Recycled rinsing water from the washing machine is good for in-ground plants. Still own the 200L barrel and the purple hose. The slope has its advantages: gravity feed the recycled water to the gardens. At 200L a time it takes a while to water everything but when there's nothing else and if the water restrictions come in again, it's a good option for in-ground plants. I do not use washing powder as such so there's no contamination with anything other than some residual dirt from the clothes. Use the rise and extra rinse water only. Means you've got to monitor what's happening.

Ages ago the BOGI email discussion group I am part of shared a link to research about the impacts of detergent waste water on soil. From memory it was Australian research. The key point I took from it was that all detergents, whether eco rated or other are designed to break down dirt, so long term use was not recommended.

I have one 5000lt tank and it goes nowhere when I need to use it continually during a dry spell.

There's nothing I can do except go back to using gray water....that b. hose running out of the washing machine, out the back door and down the stairs. Hated it. Plus the b. bucket in the shower. Hated that too.

Time to move to a bigger property with more tanks.

Well the complication is that the possible/probable drought kicks in from July which means a good part of that period is in the cooler months...but unfortunately covers the windy ones (eg: August) .Indeed, the dryness through last year(not a drought periodall the time) was grossly exacerbated by the many months of wind.

I find tank management is an art as having it also means you gotta use it and it's better to use it than not on the off chance that there will be rain.Tragically since the utilities charge us so much  for town water --esp sewerage levies -- it behoves that we rely on that backup and per the sums it makes more sense to utilise that resource than pay for more tank volume.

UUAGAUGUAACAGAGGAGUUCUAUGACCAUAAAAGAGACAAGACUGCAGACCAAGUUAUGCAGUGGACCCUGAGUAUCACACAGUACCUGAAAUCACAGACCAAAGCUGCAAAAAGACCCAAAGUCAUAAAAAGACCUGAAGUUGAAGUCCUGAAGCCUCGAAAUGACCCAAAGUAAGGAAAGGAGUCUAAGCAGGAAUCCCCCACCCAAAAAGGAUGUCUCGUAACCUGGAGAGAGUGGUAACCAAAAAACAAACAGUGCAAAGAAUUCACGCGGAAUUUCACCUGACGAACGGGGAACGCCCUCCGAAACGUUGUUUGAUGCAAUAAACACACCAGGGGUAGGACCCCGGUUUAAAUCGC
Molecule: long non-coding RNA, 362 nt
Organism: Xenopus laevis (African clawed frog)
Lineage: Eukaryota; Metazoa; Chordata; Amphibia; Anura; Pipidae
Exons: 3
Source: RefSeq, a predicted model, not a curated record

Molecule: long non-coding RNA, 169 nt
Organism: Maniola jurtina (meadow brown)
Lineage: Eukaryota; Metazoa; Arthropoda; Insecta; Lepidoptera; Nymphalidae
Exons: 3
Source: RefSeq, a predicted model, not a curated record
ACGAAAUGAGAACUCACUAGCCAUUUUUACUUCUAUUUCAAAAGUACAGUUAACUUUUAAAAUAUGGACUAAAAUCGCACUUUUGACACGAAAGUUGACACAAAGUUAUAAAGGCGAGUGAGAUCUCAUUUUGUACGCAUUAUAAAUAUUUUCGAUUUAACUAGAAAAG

The point is that our gardens do need a lot of water in this climate. But tanks take the edge off the dry.

Grey water may suit perennials and trees, but how do you schedule your waterings,since you don't want to store this liquid? Back in the last big dry I was collecting water as I showered and kept a bucket to wash things in next to the kitchen sink. Them's the days you wish you located the garden closer to the back door.

Here we have a spear pump option into the aquifer, indeed that's the irony of these sandy islands around Moreton Bay: despite surace sterility and acute drainage ,they are smart places to run plant nurseries because the water can be 'free' and consistent if you pump it up.

Maybe after this drought I may reconsider the option...but I get a;ot of pleasure solving the irrigation problems by creative alternative means. 'Tis a hobby.

This map suggests that we are still drought haunted in Queensland even before the El Nio changes...only a couple of months ago Moreton Bay district was drought declared...and I managed OK.


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Vetiver grass helps to stabilise soil and protects it against erosion.  It can protect against pests and weeds. Vetiver is also used as animal feed. (Wiki.)

GrowVetiver is a plant nursery run by Dave & Keir Riley that harvests and grows Vetiver grass for local community applications and use. It is based in Beachmere, just north of Brisbane, Australia.